We’re heading into the last weekend of summer, and the beach beckons. But before you grab your floppy hat and sunscreen, you might want to check whether your local waters have recently been contaminated with partially treated sewage.

Over recent months, we’ve been bombarded with images of the explosion of oil in the Gulf of Mexico. In telling that story, countless news shows focused on “beach closed” signs throughout the Southeast. But the reality is that beach closings are not limited to the Gulf coast. The TV networks could have easily taken their camera footage of those same “beach closed” signs in Rhode Island, Michigan and several other states.

Unlike the catastrophe in the Gulf, however, these beach closings occur year in and year out. Lakefront and ocean beaches are closed regularly because improperly treated wastewater has been dumped into our waterways simply because utilities do not have the capacity to treat it properly. Federal laws have been on the books for more than 30 years to make sure our residential and industrial sewage is adequately cleaned up before being discharged into lakes, rivers or oceans. Still, we see an annual wave of beach closures throughout the United States.

Even in developed countries like the United States, outbreaks of illness occur due to poorly treated wastewater. Based on data collected between 2002 and 2004, the Academy of Pediatrics reported that Milwaukee city hospitals experienced a significant increase in emergency room visits to treat diarrhea after partially treated sewage flowed into Lake Michigan. Worst of all, these hospitalizations could have easily been prevented. The problems are not limited to the Great Lakes. According to U. S. government estimates, from 1.8 to 3.5 million Americans become ill every year from recreational contact with contaminated waterways.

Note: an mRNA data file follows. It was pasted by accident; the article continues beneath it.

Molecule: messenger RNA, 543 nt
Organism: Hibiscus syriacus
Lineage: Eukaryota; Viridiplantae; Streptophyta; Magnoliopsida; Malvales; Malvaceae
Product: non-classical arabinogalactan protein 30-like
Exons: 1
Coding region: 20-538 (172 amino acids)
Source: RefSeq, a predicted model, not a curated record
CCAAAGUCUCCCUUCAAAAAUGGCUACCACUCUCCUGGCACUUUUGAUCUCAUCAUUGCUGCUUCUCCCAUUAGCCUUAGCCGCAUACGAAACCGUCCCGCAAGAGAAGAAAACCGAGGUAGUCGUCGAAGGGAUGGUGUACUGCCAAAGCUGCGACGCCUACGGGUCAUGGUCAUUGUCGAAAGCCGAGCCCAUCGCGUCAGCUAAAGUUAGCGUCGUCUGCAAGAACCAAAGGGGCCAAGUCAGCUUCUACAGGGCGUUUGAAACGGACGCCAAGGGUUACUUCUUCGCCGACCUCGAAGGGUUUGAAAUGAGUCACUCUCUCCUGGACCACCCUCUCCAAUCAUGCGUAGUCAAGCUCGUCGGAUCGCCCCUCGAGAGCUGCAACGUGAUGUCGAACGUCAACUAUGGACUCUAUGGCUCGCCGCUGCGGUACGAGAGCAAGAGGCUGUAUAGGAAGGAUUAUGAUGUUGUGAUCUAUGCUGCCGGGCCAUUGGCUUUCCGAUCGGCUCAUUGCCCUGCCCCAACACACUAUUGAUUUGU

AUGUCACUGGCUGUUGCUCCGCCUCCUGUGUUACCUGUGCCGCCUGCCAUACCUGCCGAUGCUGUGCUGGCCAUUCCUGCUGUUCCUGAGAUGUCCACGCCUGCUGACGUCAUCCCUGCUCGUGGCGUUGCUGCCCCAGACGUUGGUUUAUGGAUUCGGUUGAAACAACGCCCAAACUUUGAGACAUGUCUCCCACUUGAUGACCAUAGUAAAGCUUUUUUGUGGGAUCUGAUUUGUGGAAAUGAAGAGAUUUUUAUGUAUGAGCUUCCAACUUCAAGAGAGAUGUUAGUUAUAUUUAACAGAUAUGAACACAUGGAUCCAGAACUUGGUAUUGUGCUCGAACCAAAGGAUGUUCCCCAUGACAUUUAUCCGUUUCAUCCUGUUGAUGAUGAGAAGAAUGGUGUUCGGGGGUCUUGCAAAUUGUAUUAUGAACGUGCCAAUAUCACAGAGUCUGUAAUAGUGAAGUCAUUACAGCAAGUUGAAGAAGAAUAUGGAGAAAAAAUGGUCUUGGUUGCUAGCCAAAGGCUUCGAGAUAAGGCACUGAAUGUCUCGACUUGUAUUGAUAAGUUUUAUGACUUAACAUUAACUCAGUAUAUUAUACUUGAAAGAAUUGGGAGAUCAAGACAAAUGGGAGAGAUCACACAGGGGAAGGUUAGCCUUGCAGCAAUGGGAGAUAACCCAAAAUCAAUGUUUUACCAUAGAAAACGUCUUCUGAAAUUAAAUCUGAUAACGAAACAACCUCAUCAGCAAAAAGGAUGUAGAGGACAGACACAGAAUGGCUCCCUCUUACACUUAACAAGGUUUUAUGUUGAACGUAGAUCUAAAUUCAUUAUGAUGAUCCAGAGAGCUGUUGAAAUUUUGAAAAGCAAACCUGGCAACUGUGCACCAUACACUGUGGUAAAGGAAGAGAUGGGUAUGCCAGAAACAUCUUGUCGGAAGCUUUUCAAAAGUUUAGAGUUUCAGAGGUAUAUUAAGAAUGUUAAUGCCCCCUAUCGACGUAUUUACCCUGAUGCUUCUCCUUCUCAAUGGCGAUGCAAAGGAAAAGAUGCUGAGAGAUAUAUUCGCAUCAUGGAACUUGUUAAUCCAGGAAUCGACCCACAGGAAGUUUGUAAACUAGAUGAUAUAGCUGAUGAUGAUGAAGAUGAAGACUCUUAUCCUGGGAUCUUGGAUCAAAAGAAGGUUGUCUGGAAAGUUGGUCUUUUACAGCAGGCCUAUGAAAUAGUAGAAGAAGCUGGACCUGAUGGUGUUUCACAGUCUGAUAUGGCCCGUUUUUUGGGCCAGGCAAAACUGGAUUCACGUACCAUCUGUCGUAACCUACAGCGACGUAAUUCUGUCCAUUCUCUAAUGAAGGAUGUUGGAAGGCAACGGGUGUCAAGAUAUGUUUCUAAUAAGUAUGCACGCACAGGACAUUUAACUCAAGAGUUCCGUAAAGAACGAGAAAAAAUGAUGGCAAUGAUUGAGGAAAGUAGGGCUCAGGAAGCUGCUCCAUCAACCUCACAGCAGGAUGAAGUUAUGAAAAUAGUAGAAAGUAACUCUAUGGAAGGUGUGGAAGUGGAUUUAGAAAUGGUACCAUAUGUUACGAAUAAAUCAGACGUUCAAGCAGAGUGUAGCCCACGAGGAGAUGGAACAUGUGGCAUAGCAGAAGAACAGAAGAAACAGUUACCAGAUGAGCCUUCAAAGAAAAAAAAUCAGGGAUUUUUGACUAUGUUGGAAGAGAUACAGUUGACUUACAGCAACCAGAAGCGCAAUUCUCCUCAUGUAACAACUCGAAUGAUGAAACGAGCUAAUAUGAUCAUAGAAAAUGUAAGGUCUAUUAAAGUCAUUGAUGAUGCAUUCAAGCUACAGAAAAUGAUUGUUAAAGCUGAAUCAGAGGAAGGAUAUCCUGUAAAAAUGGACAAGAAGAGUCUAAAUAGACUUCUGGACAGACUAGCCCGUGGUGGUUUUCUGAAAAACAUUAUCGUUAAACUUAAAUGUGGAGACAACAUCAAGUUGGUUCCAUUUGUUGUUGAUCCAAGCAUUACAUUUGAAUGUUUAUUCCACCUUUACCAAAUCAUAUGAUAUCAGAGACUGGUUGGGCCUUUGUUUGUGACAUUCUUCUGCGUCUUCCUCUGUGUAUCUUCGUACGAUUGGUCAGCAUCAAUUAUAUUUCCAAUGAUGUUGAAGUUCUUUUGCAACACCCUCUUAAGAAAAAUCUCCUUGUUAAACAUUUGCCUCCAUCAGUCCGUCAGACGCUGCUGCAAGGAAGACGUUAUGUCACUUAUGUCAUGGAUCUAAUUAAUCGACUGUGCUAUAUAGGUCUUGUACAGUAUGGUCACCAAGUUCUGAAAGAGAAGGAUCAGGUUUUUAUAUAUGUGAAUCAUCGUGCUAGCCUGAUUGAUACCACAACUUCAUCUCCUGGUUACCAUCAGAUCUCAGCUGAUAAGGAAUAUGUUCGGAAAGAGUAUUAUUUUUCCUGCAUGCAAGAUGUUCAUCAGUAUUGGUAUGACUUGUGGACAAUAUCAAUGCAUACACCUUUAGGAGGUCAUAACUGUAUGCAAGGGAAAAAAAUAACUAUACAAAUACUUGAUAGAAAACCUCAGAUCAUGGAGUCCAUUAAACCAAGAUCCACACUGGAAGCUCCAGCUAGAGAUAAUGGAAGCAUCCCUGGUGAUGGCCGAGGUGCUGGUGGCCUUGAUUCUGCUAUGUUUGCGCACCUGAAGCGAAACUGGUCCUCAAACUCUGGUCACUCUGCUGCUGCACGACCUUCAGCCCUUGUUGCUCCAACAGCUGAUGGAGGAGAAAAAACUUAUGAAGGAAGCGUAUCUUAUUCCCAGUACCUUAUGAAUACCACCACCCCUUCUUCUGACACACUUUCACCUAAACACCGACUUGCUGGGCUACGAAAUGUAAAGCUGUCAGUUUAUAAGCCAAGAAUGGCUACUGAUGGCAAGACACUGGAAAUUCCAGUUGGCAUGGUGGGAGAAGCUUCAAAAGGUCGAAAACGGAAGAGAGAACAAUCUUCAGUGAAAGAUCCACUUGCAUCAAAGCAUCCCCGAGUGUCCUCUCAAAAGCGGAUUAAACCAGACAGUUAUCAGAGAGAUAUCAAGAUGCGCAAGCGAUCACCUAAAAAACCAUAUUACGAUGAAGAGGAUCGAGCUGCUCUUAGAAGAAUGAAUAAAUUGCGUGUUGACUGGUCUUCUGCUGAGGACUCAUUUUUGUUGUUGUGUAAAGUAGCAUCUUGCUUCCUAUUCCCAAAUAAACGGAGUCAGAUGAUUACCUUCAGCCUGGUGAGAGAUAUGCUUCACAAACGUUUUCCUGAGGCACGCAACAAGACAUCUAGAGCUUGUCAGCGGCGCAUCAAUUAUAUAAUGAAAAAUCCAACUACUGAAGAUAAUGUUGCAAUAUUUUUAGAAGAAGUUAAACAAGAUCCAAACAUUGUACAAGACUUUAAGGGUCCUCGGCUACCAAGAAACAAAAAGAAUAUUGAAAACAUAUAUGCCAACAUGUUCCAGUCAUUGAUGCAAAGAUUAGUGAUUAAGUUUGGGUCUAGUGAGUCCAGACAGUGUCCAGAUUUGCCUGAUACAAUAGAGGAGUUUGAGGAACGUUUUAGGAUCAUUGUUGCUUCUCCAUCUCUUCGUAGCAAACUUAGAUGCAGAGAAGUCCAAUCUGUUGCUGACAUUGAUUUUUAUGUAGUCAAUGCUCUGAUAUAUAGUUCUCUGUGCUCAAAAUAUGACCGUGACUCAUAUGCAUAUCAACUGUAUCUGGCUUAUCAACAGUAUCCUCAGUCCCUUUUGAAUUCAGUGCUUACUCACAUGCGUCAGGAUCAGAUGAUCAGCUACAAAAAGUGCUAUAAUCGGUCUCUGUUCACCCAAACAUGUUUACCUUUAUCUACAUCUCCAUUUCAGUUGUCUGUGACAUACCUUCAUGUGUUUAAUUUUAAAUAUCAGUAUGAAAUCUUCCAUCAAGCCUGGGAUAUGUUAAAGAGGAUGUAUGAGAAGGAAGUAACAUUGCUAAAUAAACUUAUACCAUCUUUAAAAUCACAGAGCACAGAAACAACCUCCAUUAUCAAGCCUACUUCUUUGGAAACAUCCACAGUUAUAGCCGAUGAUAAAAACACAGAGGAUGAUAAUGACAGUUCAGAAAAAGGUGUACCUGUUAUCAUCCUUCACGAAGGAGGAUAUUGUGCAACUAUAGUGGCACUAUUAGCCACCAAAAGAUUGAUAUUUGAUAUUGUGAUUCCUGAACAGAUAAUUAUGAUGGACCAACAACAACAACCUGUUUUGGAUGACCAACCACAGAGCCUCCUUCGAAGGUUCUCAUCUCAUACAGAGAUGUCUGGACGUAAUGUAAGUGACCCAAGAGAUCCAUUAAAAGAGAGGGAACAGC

In the Gulf, we’ve seen a continual scramble to find the right technology to stem the flow of oil. The solutions to the more common beach closures are already known and readily available.

In most cases, pollution is caused by greed or political inertia. Many industries regularly dump waste without proper treatment. Some of the prime culprits have been large animal farms and meat processing plants.

But by far the most common cause of wastewater pollution is a lack of leadership. Elected leaders of city, regional or state governments fail to maintain sewer treatment plants to meet the needs of growing populations or industries. Most political leaders fail to act because infrastructure improvements cost money and asking their constituents for money might make them unpopular and vulnerable at the next election.

As a former elected official, I get it. No one wants to talk about what happens to our sewer water, never mind pay higher rates or taxes to repair or upgrade a sewer system.

And after decades of neglect, our country’s water infrastructure is in desperate need of upgrade. According to the General Accounting Office, we under-invest in our wastewater systems to the tune of $20 billion a year.

The good news is that we already know how to solve this dilemma. When elected leaders find the courage to share the consequences of failing to act with their constituents, investment in infrastructure typically increases. Consumers become willing to pay more in order to protect public health and the environment once they understand the problem.

The vast majority of “beach closed” signs could be a thing of the past. We would all benefit from healthier waters – not to mention cleaner beaches on hot summer days.